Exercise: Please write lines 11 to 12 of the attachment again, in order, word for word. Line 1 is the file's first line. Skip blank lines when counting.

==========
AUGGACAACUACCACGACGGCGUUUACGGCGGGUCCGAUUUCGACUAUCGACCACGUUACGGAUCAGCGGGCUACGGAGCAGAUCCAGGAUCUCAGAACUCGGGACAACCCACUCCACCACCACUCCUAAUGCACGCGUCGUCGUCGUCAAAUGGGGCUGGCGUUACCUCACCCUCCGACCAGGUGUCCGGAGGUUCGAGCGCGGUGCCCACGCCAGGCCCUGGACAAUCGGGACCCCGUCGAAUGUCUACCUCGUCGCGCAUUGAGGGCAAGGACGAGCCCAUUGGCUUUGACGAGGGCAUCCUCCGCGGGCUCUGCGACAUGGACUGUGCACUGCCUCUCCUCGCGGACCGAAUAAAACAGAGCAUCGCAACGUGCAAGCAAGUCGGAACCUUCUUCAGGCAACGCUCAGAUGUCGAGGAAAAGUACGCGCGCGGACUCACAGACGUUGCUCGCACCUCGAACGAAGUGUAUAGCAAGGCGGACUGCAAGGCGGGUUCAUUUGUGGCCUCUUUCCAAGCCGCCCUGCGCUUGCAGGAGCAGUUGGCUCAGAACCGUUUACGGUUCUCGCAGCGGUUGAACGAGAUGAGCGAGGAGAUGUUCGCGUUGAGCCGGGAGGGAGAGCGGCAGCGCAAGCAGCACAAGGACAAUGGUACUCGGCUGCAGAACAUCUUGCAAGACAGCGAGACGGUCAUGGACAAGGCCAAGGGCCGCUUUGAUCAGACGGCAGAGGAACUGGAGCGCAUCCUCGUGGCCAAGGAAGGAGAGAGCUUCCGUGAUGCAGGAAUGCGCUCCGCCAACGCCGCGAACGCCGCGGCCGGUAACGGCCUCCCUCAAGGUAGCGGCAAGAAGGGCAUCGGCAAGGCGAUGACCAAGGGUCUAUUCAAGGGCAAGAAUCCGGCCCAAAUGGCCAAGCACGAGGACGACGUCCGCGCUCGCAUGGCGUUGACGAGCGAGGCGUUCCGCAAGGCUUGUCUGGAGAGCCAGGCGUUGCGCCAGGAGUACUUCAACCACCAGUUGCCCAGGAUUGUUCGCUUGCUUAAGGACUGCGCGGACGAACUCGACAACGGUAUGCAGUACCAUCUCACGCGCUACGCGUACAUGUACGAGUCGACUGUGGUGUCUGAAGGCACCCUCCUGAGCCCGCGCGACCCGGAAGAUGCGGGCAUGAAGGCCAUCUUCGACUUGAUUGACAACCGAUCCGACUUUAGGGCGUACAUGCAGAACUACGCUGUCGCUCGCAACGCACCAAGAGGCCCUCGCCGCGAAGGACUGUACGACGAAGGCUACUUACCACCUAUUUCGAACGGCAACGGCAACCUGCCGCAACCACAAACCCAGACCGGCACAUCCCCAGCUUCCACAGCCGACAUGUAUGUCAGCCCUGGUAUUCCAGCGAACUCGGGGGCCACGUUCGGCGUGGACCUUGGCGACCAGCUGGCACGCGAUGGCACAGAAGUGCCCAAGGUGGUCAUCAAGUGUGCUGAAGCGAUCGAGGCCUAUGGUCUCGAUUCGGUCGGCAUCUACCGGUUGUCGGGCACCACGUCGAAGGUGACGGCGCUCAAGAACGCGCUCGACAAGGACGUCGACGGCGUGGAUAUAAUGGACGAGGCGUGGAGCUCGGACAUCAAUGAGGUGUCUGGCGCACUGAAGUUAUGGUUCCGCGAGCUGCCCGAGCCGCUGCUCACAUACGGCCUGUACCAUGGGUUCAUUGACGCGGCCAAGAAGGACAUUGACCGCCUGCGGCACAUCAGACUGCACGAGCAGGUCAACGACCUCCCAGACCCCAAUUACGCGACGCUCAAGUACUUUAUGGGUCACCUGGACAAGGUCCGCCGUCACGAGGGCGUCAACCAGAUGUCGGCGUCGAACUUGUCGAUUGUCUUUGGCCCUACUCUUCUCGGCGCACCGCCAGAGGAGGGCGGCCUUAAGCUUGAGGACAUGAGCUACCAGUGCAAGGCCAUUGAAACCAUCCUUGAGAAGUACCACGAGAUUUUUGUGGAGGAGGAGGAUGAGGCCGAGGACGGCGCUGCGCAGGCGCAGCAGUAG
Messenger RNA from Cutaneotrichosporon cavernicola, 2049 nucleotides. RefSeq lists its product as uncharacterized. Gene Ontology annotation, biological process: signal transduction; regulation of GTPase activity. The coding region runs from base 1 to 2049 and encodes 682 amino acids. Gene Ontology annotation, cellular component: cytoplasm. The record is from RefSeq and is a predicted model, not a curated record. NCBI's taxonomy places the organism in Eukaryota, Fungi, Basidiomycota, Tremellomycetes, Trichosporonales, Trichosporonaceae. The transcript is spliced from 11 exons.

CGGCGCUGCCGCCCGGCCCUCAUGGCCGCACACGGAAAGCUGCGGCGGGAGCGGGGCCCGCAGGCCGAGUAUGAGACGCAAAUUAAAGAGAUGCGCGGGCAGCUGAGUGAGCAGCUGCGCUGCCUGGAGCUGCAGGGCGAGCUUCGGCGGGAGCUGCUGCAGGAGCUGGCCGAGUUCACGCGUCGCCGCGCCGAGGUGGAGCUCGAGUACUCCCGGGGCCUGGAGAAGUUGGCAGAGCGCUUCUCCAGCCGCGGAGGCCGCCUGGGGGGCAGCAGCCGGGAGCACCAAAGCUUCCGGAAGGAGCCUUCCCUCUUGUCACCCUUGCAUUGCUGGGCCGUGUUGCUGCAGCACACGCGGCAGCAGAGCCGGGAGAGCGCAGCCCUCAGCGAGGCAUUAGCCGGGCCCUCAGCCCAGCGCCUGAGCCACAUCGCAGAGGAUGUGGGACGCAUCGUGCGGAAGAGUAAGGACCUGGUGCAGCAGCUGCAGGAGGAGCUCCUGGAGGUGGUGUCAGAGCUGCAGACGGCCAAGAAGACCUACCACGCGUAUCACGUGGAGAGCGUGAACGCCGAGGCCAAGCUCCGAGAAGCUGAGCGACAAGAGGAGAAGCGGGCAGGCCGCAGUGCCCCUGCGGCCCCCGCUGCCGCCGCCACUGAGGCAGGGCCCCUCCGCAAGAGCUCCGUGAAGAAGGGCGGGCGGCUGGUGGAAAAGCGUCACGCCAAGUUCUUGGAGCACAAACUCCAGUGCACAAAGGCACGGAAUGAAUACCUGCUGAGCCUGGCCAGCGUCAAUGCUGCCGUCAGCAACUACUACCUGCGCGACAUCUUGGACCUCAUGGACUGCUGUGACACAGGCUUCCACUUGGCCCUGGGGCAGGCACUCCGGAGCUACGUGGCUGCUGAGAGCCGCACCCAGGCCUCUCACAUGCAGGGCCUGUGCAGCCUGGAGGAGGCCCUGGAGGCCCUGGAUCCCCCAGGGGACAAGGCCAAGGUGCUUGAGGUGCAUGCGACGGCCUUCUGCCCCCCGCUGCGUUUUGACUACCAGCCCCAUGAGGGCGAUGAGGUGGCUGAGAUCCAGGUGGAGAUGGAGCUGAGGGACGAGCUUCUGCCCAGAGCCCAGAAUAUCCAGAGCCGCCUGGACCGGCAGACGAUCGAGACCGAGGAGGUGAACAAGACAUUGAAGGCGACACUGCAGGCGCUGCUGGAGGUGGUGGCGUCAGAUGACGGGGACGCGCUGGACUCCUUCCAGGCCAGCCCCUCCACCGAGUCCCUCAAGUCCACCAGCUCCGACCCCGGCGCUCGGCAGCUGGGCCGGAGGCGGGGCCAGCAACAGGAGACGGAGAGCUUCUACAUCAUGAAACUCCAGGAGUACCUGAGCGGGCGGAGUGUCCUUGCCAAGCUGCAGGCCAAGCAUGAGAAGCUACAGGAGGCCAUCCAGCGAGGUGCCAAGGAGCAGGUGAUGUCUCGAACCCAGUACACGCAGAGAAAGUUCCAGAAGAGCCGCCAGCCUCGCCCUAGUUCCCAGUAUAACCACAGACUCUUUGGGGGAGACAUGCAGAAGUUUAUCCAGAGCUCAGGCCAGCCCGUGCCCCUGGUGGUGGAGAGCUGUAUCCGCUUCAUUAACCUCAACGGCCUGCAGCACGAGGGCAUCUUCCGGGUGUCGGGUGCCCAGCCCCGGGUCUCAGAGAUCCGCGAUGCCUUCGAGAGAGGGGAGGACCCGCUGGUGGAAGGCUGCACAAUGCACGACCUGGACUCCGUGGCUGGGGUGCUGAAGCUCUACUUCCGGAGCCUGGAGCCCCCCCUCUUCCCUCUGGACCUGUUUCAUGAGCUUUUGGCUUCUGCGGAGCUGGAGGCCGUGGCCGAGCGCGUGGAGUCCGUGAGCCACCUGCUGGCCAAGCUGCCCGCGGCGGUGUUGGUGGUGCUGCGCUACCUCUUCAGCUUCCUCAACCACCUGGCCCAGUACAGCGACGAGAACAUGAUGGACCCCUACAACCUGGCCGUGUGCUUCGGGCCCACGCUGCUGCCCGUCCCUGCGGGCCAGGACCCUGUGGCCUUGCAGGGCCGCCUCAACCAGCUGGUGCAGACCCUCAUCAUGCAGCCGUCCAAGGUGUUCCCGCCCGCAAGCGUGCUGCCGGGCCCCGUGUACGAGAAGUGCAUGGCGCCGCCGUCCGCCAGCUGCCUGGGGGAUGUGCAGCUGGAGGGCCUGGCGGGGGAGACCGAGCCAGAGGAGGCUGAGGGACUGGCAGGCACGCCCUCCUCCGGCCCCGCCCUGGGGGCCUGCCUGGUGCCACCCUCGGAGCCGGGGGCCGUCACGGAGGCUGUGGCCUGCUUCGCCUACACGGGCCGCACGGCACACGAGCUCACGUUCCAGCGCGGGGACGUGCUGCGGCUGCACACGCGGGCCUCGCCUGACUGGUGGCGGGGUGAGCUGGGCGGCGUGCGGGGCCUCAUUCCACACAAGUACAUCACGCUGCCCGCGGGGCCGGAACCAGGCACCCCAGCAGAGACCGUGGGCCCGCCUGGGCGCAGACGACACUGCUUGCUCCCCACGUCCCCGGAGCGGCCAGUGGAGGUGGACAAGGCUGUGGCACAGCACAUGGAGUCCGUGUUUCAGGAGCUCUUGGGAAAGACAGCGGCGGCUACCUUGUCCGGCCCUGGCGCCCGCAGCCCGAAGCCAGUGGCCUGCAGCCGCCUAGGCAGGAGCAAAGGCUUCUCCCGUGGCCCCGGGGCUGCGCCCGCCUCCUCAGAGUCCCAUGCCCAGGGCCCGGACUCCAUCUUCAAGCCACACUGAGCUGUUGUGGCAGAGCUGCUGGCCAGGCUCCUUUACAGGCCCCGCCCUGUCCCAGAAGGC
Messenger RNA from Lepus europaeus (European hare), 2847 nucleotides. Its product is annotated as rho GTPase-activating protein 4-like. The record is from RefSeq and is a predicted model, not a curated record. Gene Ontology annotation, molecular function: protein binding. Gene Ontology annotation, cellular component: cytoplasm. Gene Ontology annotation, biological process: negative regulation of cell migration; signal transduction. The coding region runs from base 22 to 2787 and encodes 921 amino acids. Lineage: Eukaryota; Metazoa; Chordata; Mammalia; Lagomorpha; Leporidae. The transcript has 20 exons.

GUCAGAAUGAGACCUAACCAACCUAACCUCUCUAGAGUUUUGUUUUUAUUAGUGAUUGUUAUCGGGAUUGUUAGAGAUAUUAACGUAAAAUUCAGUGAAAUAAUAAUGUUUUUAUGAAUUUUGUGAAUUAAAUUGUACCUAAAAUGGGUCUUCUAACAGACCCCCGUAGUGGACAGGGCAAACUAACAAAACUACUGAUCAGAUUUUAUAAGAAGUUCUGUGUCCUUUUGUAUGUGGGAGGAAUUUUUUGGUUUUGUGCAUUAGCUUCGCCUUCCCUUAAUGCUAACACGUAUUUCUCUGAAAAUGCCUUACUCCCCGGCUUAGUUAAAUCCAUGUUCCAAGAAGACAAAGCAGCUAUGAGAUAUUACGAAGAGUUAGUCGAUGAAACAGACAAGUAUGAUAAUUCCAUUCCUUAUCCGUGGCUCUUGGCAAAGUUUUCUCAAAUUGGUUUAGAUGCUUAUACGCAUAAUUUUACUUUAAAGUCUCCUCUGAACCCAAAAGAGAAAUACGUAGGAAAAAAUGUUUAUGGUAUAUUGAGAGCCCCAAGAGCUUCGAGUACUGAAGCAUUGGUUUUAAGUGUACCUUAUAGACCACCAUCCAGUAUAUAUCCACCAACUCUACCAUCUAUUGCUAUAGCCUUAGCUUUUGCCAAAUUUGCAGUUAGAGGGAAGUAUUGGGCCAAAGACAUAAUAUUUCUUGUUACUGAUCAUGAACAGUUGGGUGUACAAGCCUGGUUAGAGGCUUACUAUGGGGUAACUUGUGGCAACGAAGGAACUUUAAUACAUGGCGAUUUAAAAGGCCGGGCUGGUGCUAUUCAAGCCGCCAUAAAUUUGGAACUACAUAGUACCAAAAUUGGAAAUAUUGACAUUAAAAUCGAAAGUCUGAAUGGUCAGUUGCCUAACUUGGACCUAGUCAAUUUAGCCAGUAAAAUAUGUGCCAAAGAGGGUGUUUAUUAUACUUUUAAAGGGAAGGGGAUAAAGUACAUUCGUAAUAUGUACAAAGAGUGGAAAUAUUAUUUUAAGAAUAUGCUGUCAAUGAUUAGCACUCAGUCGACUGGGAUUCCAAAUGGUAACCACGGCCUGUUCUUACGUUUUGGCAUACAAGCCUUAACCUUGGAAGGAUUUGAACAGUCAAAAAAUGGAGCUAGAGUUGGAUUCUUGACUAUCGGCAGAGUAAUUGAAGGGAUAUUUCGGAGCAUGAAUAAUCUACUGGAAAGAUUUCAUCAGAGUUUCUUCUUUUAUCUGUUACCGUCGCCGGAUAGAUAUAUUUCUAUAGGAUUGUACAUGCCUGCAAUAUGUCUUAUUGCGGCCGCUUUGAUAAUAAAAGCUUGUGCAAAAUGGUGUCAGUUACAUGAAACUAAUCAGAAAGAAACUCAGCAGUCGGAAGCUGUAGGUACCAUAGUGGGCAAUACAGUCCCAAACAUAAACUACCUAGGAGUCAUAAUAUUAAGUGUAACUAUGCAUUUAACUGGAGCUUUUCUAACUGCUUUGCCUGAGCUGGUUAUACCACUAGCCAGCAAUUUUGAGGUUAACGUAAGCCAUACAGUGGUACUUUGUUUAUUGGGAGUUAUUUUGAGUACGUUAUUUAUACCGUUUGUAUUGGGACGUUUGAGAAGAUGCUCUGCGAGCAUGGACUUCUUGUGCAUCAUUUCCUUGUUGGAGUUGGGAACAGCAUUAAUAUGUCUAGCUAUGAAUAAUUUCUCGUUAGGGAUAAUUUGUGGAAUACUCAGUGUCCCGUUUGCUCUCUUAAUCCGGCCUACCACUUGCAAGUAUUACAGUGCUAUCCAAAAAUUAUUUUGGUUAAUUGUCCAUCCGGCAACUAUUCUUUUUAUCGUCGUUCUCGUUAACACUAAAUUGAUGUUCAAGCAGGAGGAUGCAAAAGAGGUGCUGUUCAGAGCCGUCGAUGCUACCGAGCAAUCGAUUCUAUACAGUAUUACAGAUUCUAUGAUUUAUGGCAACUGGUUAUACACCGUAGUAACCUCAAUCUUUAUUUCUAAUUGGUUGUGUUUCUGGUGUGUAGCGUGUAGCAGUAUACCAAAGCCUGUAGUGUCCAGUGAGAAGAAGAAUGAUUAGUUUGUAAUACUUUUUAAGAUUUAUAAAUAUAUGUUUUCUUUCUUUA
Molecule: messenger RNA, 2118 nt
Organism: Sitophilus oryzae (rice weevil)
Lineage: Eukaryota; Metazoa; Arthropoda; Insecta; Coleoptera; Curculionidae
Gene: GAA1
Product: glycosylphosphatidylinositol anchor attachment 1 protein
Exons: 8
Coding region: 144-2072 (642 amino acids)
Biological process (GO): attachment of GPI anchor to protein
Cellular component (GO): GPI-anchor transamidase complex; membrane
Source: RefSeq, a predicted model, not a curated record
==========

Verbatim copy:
Exons: 8
Coding region: 144-2072 (642 amino acids)